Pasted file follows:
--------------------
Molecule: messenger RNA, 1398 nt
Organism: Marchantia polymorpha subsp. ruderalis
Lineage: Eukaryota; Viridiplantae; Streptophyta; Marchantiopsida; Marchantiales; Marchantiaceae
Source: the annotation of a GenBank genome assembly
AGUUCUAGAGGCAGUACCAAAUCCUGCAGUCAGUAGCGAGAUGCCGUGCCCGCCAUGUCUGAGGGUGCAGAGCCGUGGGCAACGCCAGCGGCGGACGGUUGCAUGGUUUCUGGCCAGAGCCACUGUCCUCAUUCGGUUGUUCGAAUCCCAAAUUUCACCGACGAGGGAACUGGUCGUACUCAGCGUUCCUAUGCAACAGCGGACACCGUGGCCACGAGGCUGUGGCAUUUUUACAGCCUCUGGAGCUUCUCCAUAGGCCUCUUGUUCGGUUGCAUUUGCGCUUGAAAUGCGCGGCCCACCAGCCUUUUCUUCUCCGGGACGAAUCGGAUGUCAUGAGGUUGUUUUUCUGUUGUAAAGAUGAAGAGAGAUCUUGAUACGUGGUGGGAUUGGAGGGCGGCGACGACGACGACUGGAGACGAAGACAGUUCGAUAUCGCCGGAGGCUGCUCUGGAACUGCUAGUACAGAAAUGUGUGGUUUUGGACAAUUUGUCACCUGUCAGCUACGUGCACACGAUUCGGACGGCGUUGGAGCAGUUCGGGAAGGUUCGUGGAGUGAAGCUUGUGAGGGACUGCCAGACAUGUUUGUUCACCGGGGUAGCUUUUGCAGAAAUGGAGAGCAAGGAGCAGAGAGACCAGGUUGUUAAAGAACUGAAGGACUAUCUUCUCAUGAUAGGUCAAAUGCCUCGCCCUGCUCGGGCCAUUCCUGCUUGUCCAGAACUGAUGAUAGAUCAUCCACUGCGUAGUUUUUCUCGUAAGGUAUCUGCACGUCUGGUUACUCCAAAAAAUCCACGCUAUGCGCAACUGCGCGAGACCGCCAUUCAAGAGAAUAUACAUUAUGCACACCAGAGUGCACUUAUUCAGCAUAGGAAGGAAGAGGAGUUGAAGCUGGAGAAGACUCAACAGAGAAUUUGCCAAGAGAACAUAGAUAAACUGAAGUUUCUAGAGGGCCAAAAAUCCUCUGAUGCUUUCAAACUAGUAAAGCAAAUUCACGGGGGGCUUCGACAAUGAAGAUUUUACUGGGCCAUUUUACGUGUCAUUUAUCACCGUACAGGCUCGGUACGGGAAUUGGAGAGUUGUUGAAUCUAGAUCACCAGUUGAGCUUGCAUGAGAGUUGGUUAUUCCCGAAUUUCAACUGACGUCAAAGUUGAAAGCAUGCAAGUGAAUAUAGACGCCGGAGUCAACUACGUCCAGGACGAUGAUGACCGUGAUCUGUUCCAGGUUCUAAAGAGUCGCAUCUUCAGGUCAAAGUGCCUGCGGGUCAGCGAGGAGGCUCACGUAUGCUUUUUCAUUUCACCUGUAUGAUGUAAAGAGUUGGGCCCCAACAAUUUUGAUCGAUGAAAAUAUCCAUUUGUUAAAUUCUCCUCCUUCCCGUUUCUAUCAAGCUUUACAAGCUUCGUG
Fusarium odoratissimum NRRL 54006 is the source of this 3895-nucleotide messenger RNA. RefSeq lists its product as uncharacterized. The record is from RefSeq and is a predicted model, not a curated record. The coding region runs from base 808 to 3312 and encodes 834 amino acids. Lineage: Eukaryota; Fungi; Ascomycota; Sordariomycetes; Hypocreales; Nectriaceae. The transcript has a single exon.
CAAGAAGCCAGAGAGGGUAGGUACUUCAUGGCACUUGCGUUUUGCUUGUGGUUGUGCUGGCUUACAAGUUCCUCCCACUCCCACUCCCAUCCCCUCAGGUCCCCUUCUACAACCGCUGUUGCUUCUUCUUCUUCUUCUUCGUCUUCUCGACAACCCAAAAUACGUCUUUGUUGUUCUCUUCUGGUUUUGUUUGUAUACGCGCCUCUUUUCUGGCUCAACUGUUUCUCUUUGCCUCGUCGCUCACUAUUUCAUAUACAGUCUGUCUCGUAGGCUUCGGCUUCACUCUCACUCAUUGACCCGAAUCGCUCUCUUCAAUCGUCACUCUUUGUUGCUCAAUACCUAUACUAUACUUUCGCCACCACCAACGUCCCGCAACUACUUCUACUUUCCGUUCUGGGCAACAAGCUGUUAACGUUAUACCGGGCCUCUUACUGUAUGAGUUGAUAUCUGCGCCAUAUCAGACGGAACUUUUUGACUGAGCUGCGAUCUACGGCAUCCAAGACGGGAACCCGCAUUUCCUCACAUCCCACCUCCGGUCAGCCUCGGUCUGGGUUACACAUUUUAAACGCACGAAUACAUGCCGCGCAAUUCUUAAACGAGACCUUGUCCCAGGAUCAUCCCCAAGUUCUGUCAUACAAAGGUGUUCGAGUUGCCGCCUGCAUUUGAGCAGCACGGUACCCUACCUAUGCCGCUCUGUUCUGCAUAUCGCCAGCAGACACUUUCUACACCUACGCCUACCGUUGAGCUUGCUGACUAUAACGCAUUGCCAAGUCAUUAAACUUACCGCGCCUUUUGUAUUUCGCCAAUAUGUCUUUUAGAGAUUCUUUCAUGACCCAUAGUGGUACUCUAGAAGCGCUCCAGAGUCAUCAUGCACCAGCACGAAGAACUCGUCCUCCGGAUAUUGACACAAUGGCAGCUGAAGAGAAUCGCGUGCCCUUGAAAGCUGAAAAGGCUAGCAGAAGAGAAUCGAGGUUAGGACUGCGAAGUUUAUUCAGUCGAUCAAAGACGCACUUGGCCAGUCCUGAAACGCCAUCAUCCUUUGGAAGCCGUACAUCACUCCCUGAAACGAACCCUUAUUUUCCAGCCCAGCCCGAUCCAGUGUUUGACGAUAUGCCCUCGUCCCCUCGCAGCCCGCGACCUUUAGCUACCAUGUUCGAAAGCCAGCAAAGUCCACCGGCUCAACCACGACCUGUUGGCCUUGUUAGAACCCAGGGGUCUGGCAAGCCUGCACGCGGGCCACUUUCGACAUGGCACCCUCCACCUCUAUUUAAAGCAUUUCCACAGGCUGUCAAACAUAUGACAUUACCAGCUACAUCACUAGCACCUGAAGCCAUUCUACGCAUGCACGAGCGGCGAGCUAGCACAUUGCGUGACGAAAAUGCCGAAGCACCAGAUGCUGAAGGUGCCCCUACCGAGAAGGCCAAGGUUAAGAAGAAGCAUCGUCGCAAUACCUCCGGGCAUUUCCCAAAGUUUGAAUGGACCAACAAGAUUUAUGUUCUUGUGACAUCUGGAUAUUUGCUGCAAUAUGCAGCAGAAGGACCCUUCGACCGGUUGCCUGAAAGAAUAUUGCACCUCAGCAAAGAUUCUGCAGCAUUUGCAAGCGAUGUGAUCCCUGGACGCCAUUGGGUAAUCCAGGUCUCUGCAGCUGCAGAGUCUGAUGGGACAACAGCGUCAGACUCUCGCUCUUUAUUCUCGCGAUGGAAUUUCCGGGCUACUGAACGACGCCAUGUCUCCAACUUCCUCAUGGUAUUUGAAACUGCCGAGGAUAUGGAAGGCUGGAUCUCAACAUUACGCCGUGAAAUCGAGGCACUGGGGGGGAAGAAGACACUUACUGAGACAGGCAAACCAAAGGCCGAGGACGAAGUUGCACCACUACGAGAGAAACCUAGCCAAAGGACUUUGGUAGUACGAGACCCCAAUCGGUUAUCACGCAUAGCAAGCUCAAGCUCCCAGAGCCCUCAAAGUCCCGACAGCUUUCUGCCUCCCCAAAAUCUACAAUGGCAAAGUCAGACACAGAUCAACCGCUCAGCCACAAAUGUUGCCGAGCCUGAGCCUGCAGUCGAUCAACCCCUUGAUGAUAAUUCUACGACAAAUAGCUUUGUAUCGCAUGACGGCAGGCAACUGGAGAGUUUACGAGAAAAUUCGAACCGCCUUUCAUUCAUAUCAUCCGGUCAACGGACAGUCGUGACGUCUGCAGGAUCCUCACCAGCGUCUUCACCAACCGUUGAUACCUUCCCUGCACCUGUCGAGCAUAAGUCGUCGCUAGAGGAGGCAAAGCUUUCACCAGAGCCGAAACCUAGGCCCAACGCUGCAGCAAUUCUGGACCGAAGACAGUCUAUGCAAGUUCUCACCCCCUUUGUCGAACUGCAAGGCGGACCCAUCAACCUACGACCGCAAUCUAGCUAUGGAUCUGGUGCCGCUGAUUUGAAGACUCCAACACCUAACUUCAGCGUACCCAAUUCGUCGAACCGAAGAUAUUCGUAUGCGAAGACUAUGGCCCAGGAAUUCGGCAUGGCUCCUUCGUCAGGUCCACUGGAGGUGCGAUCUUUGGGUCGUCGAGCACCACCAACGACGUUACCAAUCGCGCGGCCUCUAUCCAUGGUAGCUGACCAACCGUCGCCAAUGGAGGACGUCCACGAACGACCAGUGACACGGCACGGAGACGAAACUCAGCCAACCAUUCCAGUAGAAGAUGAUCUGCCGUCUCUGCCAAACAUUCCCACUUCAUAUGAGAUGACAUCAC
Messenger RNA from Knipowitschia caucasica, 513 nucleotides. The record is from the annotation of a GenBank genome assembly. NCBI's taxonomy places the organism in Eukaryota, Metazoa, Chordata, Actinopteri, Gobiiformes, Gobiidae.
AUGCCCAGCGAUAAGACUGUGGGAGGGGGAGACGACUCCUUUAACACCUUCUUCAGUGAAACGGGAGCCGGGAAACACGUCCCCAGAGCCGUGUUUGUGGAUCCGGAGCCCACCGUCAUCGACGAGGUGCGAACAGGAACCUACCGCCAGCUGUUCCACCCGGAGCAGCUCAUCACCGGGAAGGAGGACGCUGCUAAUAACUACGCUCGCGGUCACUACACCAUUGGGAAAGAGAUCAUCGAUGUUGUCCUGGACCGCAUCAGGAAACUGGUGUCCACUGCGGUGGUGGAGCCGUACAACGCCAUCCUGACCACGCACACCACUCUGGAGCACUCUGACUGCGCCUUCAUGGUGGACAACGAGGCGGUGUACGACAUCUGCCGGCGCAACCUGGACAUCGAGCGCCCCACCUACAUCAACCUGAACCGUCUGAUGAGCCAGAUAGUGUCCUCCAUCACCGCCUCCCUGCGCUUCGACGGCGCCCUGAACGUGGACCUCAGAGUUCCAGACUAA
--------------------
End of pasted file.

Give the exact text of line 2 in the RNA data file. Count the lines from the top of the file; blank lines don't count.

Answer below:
Organism: Marchantia polymorpha subsp. ruderalis